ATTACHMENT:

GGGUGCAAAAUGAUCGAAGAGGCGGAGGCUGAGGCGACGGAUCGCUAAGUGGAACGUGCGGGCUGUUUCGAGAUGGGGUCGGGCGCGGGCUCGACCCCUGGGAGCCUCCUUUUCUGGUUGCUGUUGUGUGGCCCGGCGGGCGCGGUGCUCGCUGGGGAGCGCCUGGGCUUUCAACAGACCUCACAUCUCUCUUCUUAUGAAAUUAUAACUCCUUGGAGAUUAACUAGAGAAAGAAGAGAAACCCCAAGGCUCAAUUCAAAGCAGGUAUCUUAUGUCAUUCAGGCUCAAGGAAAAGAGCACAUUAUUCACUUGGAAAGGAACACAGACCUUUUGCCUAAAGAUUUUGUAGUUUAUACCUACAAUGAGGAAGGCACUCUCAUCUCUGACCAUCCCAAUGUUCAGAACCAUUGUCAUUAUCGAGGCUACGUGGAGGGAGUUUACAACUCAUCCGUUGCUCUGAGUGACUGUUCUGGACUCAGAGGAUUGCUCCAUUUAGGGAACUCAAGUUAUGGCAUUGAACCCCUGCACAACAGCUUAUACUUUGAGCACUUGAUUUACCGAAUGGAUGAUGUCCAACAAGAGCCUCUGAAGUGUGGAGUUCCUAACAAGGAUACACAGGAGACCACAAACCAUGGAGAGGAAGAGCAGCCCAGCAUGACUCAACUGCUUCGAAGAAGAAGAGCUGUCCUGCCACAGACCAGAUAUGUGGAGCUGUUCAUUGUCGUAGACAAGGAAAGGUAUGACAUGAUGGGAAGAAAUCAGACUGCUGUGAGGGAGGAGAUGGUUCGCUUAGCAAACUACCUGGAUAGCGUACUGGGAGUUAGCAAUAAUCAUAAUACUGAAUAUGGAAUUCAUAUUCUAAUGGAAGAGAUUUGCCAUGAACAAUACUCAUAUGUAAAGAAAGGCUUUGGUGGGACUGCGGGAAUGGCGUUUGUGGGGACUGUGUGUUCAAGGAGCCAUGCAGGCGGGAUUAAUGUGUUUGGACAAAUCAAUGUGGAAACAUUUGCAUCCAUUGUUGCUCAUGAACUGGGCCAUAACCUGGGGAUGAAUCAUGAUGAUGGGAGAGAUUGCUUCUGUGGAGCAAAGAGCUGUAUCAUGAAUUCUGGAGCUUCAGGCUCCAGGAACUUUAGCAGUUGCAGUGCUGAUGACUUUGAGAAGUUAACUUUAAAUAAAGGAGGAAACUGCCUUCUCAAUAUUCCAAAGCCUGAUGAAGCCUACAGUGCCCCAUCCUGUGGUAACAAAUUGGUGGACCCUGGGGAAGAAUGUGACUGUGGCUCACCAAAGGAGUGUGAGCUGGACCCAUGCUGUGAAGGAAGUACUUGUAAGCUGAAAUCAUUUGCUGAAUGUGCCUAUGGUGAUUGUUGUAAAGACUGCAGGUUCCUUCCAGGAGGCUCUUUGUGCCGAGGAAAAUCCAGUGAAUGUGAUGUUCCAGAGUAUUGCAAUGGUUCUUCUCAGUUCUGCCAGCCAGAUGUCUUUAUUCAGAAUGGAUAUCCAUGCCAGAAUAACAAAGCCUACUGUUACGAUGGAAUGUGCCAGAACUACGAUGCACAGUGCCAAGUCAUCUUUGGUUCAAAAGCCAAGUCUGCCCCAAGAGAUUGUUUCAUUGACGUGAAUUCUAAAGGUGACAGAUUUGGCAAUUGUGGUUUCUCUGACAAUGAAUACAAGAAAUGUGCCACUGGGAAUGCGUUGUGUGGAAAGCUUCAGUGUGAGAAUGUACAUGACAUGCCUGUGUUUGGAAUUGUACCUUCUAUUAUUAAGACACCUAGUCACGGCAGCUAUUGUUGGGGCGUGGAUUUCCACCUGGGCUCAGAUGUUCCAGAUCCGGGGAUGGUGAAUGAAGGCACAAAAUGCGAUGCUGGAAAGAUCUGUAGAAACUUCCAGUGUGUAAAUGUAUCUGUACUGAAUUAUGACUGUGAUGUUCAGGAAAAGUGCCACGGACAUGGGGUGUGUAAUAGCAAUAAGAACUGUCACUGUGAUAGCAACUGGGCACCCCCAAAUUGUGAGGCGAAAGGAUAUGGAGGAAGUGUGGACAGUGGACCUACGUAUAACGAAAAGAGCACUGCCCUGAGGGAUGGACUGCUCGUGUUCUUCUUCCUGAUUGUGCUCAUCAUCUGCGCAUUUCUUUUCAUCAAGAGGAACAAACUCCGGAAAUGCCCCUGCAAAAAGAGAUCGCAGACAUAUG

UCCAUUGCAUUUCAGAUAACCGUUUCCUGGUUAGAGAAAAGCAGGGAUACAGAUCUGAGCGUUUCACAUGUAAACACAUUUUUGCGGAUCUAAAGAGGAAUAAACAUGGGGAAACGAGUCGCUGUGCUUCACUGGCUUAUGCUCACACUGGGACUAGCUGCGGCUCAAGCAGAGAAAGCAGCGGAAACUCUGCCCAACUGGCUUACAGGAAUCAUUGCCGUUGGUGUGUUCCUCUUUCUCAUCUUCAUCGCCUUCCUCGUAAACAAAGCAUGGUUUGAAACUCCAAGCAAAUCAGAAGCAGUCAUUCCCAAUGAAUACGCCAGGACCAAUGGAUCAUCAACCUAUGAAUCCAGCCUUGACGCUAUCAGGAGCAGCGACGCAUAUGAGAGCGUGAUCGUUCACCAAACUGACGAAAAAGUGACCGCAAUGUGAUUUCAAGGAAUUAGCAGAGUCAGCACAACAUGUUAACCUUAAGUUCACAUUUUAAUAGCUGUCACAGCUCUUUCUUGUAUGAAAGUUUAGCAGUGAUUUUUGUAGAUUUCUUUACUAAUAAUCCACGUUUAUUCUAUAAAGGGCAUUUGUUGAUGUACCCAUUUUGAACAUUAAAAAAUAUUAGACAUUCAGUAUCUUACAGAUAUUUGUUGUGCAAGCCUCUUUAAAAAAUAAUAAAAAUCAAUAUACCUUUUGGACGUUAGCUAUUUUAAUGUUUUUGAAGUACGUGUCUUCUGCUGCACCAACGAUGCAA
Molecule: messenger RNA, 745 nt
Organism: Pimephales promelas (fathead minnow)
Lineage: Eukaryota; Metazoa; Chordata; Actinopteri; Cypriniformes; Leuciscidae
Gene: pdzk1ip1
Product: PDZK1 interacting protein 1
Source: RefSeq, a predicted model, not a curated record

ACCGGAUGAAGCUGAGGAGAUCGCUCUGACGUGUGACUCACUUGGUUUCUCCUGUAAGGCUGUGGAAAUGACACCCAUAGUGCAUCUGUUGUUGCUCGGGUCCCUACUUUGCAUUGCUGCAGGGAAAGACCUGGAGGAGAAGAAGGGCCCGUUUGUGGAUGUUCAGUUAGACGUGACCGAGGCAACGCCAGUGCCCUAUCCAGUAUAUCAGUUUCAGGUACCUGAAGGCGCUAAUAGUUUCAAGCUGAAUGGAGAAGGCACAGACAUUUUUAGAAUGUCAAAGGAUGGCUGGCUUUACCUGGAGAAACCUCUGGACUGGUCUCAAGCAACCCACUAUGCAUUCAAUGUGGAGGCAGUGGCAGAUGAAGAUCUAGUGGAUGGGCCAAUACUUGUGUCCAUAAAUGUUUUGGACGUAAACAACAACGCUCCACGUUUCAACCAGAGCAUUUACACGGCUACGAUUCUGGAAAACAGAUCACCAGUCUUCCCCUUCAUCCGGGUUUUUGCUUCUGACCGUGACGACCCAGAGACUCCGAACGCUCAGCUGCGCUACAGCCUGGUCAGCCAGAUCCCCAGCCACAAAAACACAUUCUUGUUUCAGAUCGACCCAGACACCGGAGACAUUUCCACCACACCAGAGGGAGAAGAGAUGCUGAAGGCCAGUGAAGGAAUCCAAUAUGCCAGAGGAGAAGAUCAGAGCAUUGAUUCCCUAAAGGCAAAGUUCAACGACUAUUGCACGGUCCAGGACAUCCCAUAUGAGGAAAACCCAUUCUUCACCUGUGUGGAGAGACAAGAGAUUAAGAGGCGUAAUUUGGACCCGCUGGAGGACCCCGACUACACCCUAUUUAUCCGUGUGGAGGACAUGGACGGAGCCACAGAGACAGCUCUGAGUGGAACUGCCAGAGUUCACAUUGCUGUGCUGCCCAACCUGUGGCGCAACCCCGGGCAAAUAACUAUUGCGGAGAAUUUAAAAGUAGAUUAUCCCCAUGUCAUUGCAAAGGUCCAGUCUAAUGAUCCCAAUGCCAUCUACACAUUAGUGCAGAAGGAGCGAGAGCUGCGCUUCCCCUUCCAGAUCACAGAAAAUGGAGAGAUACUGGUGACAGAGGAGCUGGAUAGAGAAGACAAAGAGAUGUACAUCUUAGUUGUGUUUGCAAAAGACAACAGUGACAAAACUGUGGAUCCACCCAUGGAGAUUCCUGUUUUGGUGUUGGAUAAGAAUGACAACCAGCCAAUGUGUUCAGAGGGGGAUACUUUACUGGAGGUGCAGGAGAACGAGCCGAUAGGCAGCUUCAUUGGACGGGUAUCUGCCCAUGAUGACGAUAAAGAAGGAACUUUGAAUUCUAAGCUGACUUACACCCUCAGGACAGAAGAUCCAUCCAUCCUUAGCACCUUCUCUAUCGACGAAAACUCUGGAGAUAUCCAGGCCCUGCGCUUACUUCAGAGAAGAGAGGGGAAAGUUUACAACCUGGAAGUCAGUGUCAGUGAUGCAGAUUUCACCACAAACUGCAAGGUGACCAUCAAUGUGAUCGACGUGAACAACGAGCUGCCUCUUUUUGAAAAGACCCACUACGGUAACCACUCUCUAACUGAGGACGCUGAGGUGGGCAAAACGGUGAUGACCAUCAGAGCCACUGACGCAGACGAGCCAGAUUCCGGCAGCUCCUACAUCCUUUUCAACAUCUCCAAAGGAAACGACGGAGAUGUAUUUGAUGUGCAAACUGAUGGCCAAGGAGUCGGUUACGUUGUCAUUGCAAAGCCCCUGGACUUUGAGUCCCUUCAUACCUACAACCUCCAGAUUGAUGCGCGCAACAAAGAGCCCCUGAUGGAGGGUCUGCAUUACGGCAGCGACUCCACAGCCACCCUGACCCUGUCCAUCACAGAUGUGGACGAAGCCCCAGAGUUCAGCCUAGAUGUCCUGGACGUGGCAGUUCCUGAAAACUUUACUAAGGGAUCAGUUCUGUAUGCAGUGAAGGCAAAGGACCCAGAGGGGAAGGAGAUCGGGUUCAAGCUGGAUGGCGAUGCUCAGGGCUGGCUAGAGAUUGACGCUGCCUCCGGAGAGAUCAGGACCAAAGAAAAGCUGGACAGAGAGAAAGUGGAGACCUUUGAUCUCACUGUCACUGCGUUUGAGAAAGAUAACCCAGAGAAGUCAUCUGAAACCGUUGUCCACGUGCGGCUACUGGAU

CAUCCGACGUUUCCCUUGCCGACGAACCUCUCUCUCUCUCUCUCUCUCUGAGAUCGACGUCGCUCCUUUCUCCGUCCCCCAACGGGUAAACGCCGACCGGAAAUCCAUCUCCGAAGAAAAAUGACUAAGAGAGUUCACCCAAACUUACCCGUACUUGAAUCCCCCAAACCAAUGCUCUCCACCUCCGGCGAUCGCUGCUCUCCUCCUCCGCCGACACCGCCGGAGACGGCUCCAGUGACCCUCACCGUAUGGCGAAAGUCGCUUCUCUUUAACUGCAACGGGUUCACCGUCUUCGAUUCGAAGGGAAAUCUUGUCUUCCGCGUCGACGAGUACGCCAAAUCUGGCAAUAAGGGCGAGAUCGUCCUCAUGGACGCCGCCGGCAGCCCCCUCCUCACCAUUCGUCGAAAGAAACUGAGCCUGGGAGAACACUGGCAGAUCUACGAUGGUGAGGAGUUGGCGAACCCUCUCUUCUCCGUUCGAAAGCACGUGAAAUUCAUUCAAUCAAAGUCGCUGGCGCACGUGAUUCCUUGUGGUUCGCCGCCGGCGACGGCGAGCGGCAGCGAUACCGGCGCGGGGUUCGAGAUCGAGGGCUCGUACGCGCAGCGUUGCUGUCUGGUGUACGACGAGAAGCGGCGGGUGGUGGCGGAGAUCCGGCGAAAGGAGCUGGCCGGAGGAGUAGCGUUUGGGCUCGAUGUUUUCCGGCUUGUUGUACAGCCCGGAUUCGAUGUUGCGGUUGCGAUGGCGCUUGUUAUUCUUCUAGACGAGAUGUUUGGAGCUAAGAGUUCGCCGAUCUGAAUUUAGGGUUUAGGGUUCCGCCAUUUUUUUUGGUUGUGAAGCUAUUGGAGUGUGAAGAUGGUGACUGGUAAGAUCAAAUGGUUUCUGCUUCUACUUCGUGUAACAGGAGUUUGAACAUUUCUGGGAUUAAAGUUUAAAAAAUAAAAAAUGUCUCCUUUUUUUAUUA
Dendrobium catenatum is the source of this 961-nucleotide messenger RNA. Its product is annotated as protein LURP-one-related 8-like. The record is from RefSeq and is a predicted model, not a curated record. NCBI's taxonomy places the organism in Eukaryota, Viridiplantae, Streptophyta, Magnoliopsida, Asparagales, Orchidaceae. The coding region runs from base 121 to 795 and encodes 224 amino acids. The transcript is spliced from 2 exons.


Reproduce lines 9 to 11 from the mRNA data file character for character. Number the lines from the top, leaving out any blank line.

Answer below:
ACCGGAUGAAGCUGAGGAGAUCGCUCUGACGUGUGACUCACUUGGUUUCUCCUGUAAGGCUGUGGAAAUGACACCCAUAGUGCAUCUGUUGUUGCUCGGGUCCCUACUUUGCAUUGCUGCAGGGAAAGACCUGGAGGAGAAGAAGGGCCCGUUUGUGGAUGUUCAGUUAGACGUGACCGAGGCAACGCCAGUGCCCUAUCCAGUAUAUCAGUUUCAGGUACCUGAAGGCGCUAAUAGUUUCAAGCUGAAUGGAGAAGGCACAGACAUUUUUAGAAUGUCAAAGGAUGGCUGGCUUUACCUGGAGAAACCUCUGGACUGGUCUCAAGCAACCCACUAUGCAUUCAAUGUGGAGGCAGUGGCAGAUGAAGAUCUAGUGGAUGGGCCAAUACUUGUGUCCAUAAAUGUUUUGGACGUAAACAACAACGCUCCACGUUUCAACCAGAGCAUUUACACGGCUACGAUUCUGGAAAACAGAUCACCAGUCUUCCCCUUCAUCCGGGUUUUUGCUUCUGACCGUGACGACCCAGAGACUCCGAACGCUCAGCUGCGCUACAGCCUGGUCAGCCAGAUCCCCAGCCACAAAAACACAUUCUUGUUUCAGAUCGACCCAGACACCGGAGACAUUUCCACCACACCAGAGGGAGAAGAGAUGCUGAAGGCCAGUGAAGGAAUCCAAUAUGCCAGAGGAGAAGAUCAGAGCAUUGAUUCCCUAAAGGCAAAGUUCAACGACUAUUGCACGGUCCAGGACAUCCCAUAUGAGGAAAACCCAUUCUUCACCUGUGUGGAGAGACAAGAGAUUAAGAGGCGUAAUUUGGACCCGCUGGAGGACCCCGACUACACCCUAUUUAUCCGUGUGGAGGACAUGGACGGAGCCACAGAGACAGCUCUGAGUGGAACUGCCAGAGUUCACAUUGCUGUGCUGCCCAACCUGUGGCGCAACCCCGGGCAAAUAACUAUUGCGGAGAAUUUAAAAGUAGAUUAUCCCCAUGUCAUUGCAAAGGUCCAGUCUAAUGAUCCCAAUGCCAUCUACACAUUAGUGCAGAAGGAGCGAGAGCUGCGCUUCCCCUUCCAGAUCACAGAAAAUGGAGAGAUACUGGUGACAGAGGAGCUGGAUAGAGAAGACAAAGAGAUGUACAUCUUAGUUGUGUUUGCAAAAGACAACAGUGACAAAACUGUGGAUCCACCCAUGGAGAUUCCUGUUUUGGUGUUGGAUAAGAAUGACAACCAGCCAAUGUGUUCAGAGGGGGAUACUUUACUGGAGGUGCAGGAGAACGAGCCGAUAGGCAGCUUCAUUGGACGGGUAUCUGCCCAUGAUGACGAUAAAGAAGGAACUUUGAAUUCUAAGCUGACUUACACCCUCAGGACAGAAGAUCCAUCCAUCCUUAGCACCUUCUCUAUCGACGAAAACUCUGGAGAUAUCCAGGCCCUGCGCUUACUUCAGAGAAGAGAGGGGAAAGUUUACAACCUGGAAGUCAGUGUCAGUGAUGCAGAUUUCACCACAAACUGCAAGGUGACCAUCAAUGUGAUCGACGUGAACAACGAGCUGCCUCUUUUUGAAAAGACCCACUACGGUAACCACUCUCUAACUGAGGACGCUGAGGUGGGCAAAACGGUGAUGACCAUCAGAGCCACUGACGCAGACGAGCCAGAUUCCGGCAGCUCCUACAUCCUUUUCAACAUCUCCAAAGGAAACGACGGAGAUGUAUUUGAUGUGCAAACUGAUGGCCAAGGAGUCGGUUACGUUGUCAUUGCAAAGCCCCUGGACUUUGAGUCCCUUCAUACCUACAACCUCCAGAUUGAUGCGCGCAACAAAGAGCCCCUGAUGGAGGGUCUGCAUUACGGCAGCGACUCCACAGCCACCCUGACCCUGUCCAUCACAGAUGUGGACGAAGCCCCAGAGUUCAGCCUAGAUGUCCUGGACGUGGCAGUUCCUGAAAACUUUACUAAGGGAUCAGUUCUGUAUGCAGUGAAGGCAAAGGACCCAGAGGGGAAGGAGAUCGGGUUCAAGCUGGAUGGCGAUGCUCAGGGCUGGCUAGAGAUUGACGCUGCCUCCGGAGAGAUCAGGACCAAAGAAAAGCUGGACAGAGAGAAAGUGGAGACCUUUGAUCUCACUGUCACUGCGUUUGAGAAAGAUAACCCAGAGAAGUCAUCUGAAACCGUUGUCCACGUGCGGCUACUGGAU

CAUCCGACGUUUCCCUUGCCGACGAACCUCUCUCUCUCUCUCUCUCUCUGAGAUCGACGUCGCUCCUUUCUCCGUCCCCCAACGGGUAAACGCCGACCGGAAAUCCAUCUCCGAAGAAAAAUGACUAAGAGAGUUCACCCAAACUUACCCGUACUUGAAUCCCCCAAACCAAUGCUCUCCACCUCCGGCGAUCGCUGCUCUCCUCCUCCGCCGACACCGCCGGAGACGGCUCCAGUGACCCUCACCGUAUGGCGAAAGUCGCUUCUCUUUAACUGCAACGGGUUCACCGUCUUCGAUUCGAAGGGAAAUCUUGUCUUCCGCGUCGACGAGUACGCCAAAUCUGGCAAUAAGGGCGAGAUCGUCCUCAUGGACGCCGCCGGCAGCCCCCUCCUCACCAUUCGUCGAAAGAAACUGAGCCUGGGAGAACACUGGCAGAUCUACGAUGGUGAGGAGUUGGCGAACCCUCUCUUCUCCGUUCGAAAGCACGUGAAAUUCAUUCAAUCAAAGUCGCUGGCGCACGUGAUUCCUUGUGGUUCGCCGCCGGCGACGGCGAGCGGCAGCGAUACCGGCGCGGGGUUCGAGAUCGAGGGCUCGUACGCGCAGCGUUGCUGUCUGGUGUACGACGAGAAGCGGCGGGUGGUGGCGGAGAUCCGGCGAAAGGAGCUGGCCGGAGGAGUAGCGUUUGGGCUCGAUGUUUUCCGGCUUGUUGUACAGCCCGGAUUCGAUGUUGCGGUUGCGAUGGCGCUUGUUAUUCUUCUAGACGAGAUGUUUGGAGCUAAGAGUUCGCCGAUCUGAAUUUAGGGUUUAGGGUUCCGCCAUUUUUUUUGGUUGUGAAGCUAUUGGAGUGUGAAGAUGGUGACUGGUAAGAUCAAAUGGUUUCUGCUUCUACUUCGUGUAACAGGAGUUUGAACAUUUCUGGGAUUAAAGUUUAAAAAAUAAAAAAUGUCUCCUUUUUUUAUUA
Dendrobium catenatum is the source of this 961-nucleotide messenger RNA. Its product is annotated as protein LURP-one-related 8-like. The record is from RefSeq and is a predicted model, not a curated record. NCBI's taxonomy places the organism in Eukaryota, Viridiplantae, Streptophyta, Magnoliopsida, Asparagales, Orchidaceae. The coding region runs from base 121 to 795 and encodes 224 amino acids. The transcript is spliced from 2 exons.